Wednesday, December 15, 2010

Power Supply Efficiency – How Important is it?

ENERGY STAR®’s decision to “sunset” programs for EPSs (External Power Supplies), and applications using them, has raised the question “Does this mean that power supply efficiency is no longer a concern?”

In a mainly cost driven power supply market, product marketing is often challenged during a new product business plan review, regarding the demand for high efficiency on the product specification.

The biggest requestor of high efficiency power supplies are the manufacturers of large data centers, primarily because of the huge amount of electricity they consume.  In 2007 the EPA estimated that the national annual electricity cost for servers and data centers could be a staggering $7.4 billion in 2011.

Power supply manufacturers have been told by data center producers that they are willing to pay (a little) more for higher efficiency products, because the operators are aware that the ROI is quite short.  TDK-Lambda also is participating in the evaluation and use of DC power systems. 

DC power systems for data centers use up to 15% less power by removing one or more conversion stage by supplying ~380VDC to the servers rather than high voltage AC.

Current UPS Backed-up System



DC Bus System

The US government has had the 80 Plus program in place for servers and computers for a number of years with a variety of efficiency levels ranging from a basic level to “platinum”.

In consumer electronics where although the power draw is quite small (particularly in standby), there are 100s of millions of devices deployed (laptop power supplies, phone & camera chargers & LCD TVs to mention a few) and the overall energy usage is considerable.  The main drivers for efficiency improvement are the state and utility companies, because of the cost and time to build new power stations.  The average consumer is not that concerned as it will not dramatically affect their electricity bill.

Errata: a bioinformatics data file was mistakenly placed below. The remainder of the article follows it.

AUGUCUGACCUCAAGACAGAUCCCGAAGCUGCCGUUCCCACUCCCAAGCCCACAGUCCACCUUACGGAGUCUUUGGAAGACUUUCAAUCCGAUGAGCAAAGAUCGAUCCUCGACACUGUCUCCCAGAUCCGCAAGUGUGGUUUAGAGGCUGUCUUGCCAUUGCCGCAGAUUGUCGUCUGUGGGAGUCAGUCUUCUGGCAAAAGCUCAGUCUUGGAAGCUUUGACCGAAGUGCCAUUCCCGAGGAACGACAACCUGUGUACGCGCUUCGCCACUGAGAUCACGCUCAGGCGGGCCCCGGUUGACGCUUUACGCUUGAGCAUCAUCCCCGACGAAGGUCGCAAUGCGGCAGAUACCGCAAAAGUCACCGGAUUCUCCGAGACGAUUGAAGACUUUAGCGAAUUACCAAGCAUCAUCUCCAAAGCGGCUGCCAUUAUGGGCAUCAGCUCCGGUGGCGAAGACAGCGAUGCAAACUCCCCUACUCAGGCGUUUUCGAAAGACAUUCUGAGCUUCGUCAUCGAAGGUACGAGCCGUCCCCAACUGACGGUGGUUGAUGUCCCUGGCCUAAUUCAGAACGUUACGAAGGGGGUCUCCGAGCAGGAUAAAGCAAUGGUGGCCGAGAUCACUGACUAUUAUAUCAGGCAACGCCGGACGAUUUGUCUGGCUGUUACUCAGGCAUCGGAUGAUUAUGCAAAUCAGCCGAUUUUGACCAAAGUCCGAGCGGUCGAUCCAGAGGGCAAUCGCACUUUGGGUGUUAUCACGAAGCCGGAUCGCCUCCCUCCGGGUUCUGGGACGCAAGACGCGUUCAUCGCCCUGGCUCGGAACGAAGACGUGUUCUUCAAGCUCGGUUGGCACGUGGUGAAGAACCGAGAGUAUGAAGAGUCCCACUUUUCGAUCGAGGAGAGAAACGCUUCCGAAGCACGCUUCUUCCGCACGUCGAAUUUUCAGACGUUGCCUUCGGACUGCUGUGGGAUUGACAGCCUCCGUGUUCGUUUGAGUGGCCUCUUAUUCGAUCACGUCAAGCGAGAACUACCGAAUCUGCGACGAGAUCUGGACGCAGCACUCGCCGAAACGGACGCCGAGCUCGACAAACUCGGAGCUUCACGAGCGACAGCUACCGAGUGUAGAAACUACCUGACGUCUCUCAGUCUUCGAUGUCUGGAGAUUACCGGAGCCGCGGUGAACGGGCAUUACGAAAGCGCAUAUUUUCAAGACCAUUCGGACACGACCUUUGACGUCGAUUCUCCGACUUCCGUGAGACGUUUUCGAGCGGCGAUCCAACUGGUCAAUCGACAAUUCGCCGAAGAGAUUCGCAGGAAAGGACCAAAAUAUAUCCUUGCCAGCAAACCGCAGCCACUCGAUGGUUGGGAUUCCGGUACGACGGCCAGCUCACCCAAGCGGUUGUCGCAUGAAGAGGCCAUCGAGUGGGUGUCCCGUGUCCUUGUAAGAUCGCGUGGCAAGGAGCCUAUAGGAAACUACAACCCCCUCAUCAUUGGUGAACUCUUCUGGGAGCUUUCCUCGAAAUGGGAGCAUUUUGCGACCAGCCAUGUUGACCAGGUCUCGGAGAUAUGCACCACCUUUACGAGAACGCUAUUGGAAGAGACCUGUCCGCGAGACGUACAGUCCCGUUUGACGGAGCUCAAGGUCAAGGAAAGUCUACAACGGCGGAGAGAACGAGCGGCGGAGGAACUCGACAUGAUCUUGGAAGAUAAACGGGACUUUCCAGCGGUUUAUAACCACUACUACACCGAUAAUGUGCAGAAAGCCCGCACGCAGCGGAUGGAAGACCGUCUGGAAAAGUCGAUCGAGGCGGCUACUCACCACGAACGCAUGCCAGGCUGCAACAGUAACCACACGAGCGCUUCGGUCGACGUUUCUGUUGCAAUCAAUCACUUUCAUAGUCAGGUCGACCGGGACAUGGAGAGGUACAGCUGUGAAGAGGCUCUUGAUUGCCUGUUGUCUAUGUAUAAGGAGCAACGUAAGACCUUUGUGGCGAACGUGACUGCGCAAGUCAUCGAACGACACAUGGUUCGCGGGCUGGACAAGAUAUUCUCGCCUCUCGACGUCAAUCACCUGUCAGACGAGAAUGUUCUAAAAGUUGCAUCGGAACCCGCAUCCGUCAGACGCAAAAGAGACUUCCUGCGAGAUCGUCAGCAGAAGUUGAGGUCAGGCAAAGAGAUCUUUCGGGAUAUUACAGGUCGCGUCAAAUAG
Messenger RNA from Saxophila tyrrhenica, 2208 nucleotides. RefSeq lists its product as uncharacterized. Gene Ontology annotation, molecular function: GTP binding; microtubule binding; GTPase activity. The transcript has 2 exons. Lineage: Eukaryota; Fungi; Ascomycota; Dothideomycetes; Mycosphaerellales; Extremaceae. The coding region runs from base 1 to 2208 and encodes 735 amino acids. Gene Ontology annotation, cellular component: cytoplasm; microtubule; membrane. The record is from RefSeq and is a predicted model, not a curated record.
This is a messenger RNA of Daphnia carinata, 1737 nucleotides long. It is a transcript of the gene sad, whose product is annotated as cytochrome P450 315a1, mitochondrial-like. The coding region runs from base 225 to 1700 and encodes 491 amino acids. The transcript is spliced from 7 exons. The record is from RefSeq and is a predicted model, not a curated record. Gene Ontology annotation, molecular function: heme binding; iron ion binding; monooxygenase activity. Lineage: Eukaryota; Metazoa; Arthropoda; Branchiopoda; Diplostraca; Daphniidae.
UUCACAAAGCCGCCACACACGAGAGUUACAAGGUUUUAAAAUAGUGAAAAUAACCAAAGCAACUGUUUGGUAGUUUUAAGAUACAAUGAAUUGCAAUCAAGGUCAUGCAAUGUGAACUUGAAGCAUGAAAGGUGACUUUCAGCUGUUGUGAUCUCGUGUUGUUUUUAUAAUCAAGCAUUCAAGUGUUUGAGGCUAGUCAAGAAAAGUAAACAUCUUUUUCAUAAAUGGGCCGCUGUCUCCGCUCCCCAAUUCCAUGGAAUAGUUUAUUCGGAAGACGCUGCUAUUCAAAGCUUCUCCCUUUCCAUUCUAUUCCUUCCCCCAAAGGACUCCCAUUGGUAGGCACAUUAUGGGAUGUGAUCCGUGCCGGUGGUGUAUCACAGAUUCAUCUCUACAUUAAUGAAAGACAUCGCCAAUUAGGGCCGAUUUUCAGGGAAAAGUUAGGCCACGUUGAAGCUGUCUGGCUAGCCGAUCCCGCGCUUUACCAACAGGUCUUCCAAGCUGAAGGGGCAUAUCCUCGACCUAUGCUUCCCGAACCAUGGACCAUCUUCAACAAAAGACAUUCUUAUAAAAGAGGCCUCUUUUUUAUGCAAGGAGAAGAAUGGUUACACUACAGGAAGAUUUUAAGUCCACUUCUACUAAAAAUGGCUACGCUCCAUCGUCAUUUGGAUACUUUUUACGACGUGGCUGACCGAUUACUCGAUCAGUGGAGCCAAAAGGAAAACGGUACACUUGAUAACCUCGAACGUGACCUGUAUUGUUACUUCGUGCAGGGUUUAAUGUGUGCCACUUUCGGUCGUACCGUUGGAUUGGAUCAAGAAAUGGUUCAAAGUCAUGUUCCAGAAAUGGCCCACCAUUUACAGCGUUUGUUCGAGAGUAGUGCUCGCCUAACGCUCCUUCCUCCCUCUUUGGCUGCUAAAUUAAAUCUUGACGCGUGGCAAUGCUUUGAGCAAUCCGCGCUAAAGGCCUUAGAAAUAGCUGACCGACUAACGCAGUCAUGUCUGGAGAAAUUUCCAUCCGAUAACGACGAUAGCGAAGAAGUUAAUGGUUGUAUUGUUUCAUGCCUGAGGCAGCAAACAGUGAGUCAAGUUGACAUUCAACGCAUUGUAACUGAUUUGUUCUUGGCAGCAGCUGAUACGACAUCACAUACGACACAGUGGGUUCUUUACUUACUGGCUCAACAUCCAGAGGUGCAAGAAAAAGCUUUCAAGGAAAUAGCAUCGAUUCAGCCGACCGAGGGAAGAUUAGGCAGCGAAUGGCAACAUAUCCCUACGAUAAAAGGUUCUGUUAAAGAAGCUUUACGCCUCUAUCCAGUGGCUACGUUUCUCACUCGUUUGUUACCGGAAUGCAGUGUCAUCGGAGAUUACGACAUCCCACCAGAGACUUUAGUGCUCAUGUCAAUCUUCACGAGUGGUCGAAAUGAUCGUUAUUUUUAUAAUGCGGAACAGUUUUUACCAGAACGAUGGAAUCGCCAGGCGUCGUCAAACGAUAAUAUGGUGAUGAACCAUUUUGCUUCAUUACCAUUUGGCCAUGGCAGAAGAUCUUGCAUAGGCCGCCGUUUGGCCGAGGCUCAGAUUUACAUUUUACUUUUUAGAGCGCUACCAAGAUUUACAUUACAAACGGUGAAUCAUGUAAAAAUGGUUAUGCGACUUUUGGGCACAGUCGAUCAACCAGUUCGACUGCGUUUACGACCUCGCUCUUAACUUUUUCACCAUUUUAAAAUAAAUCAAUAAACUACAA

As an industrial power supply manufacturer, TDK-Lambda is being asked by some customers for higher efficiency power supplies.  These customers are selling to end users like hospitals or large retailers who are going "green".  Where the purchaser is not being mandated to reduce energy consumption or is driven by price, the efficiency “sell” usually fails.

TDK-Lambda's R&D is very focused on developing higher efficiency power supplies, driven by what we see as a future market and TDK's initiative on environmental consciousness.  Current high efficiency products include the new EFE series of power supplies that feature 90% efficiency using digital control.  http://us.tdk-lambda.com/lp/products/efe-series.htm.


TDK-Lambda also supplies two of the major automotive manufacturers the DC-DC converters for hybrid electric vehicles and is developing new products for a host of upcoming electric cars.  Efficiency standards of automobiles is something that the purchaser understands, primarily because of the cost of running a vehicle is significant.

Wednesday, November 24, 2010

Using the Inhibit or Enable function on Power Supplies

The inhibit or enable function allows the user to electronically turn on or off the output voltage of a power supply without having to interrupt the input AC or DC voltage with a relay or switch. This is useful during initial set up of the system, during maintenance or for saving energy during periods of non operation.

An easy way of remembering the difference between the two types is that “Inhibit” requires that the user has to do an action to turn off the output voltage, where as “Enable”, the user has to do an action to turn on the output voltage.